Investigators have identified a germline gene mutation that appears to markedly increase the risk of inherited prostate cancer. A team led by researchers at the Johns Hopkins University School of Medicine, and University of Michigan Health System, screened over 200 genes within 17q21–22, a region that has previously been implicated in prostate cancer.
Their results, reported in NEJM, highlighted a rare, recurrent mutation (G84E) in HOXB13, (rs138213197), in all 18 affected members of four prostate cancer families. HOXB13 is a homeobox transcription factor involved in prostate development. Analyses of additional cases and controls found that the G84E mutation was also carried by about 1.4% of unrelated prostate cancer patients of European descent, but by just 0.1% of control subjects. Further evaluation of prostate cancer cases indicated the mutation was also much more commonly found in men with early-onset, familial prostate cancer (3.1%) than in patients with late-onset, nonfamilial disease (0.6%).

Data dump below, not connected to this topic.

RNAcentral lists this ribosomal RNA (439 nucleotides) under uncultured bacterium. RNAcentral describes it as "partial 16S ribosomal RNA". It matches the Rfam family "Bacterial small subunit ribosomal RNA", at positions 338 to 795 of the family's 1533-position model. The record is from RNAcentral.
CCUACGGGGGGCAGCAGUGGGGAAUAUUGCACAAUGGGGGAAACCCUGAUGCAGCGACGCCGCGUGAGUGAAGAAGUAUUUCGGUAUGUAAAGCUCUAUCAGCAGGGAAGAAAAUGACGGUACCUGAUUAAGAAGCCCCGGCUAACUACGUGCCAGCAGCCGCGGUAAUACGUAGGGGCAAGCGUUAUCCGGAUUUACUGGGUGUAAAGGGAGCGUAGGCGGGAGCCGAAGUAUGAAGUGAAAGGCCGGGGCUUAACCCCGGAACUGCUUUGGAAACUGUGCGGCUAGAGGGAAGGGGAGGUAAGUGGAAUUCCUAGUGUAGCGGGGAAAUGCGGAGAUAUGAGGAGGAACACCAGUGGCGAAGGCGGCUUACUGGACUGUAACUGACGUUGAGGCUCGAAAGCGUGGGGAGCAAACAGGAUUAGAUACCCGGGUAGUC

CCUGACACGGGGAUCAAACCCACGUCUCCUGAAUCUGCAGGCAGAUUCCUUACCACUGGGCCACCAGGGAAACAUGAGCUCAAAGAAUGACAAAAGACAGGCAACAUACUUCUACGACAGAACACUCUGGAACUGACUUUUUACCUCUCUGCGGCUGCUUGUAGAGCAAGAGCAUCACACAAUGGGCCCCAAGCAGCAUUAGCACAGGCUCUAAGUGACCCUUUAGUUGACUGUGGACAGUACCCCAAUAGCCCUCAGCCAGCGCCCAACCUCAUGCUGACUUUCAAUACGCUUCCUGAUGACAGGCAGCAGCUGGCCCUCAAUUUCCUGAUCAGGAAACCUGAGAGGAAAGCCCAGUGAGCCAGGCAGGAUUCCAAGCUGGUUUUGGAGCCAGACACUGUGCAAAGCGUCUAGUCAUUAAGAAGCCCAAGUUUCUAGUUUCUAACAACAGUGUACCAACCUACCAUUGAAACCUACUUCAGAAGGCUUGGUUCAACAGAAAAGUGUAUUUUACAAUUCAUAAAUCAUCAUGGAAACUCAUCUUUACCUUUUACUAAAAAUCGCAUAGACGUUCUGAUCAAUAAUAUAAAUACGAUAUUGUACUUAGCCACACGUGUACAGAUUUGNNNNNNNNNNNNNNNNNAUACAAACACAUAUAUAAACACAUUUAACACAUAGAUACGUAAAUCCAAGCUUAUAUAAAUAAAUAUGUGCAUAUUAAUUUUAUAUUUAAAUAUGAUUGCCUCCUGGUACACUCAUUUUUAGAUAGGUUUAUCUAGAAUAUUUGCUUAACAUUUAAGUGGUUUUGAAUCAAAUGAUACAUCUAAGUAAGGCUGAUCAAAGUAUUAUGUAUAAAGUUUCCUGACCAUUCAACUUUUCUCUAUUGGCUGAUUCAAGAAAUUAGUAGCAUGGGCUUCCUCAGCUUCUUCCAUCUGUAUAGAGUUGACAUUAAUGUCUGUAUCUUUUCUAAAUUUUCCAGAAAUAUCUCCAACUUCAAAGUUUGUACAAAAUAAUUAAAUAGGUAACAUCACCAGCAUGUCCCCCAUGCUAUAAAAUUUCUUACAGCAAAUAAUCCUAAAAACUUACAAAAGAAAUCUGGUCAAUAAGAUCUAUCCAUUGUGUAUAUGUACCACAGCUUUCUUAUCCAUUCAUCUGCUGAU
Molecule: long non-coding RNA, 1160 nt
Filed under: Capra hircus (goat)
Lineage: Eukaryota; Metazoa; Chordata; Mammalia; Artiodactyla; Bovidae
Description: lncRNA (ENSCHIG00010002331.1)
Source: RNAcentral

Interestingly, two different mutations in the HOXB13 gene were found in families of African descent, but as only seven of the 94 families originally studied were of this ethnicity, additional work will be needed to verify its significance.
The researchers nevertheless point out that their identification of a single candidate gene involved in familial prostate cancer is the result of a 20-year hunt. “We had never seen anything like this before,” comments co-author Patrick Walsh, M.D., at Johns Hopkins. “It all came together to suggest that this single change may account for at least a portion of the hereditary form of this disease.”
They team says the next step will be to develop a mouse model with the mutation and see whether it causes prostate cancer. Their published paper is titled “Germline Mutations in HOXB13 and Prostate-Cancer Risk.”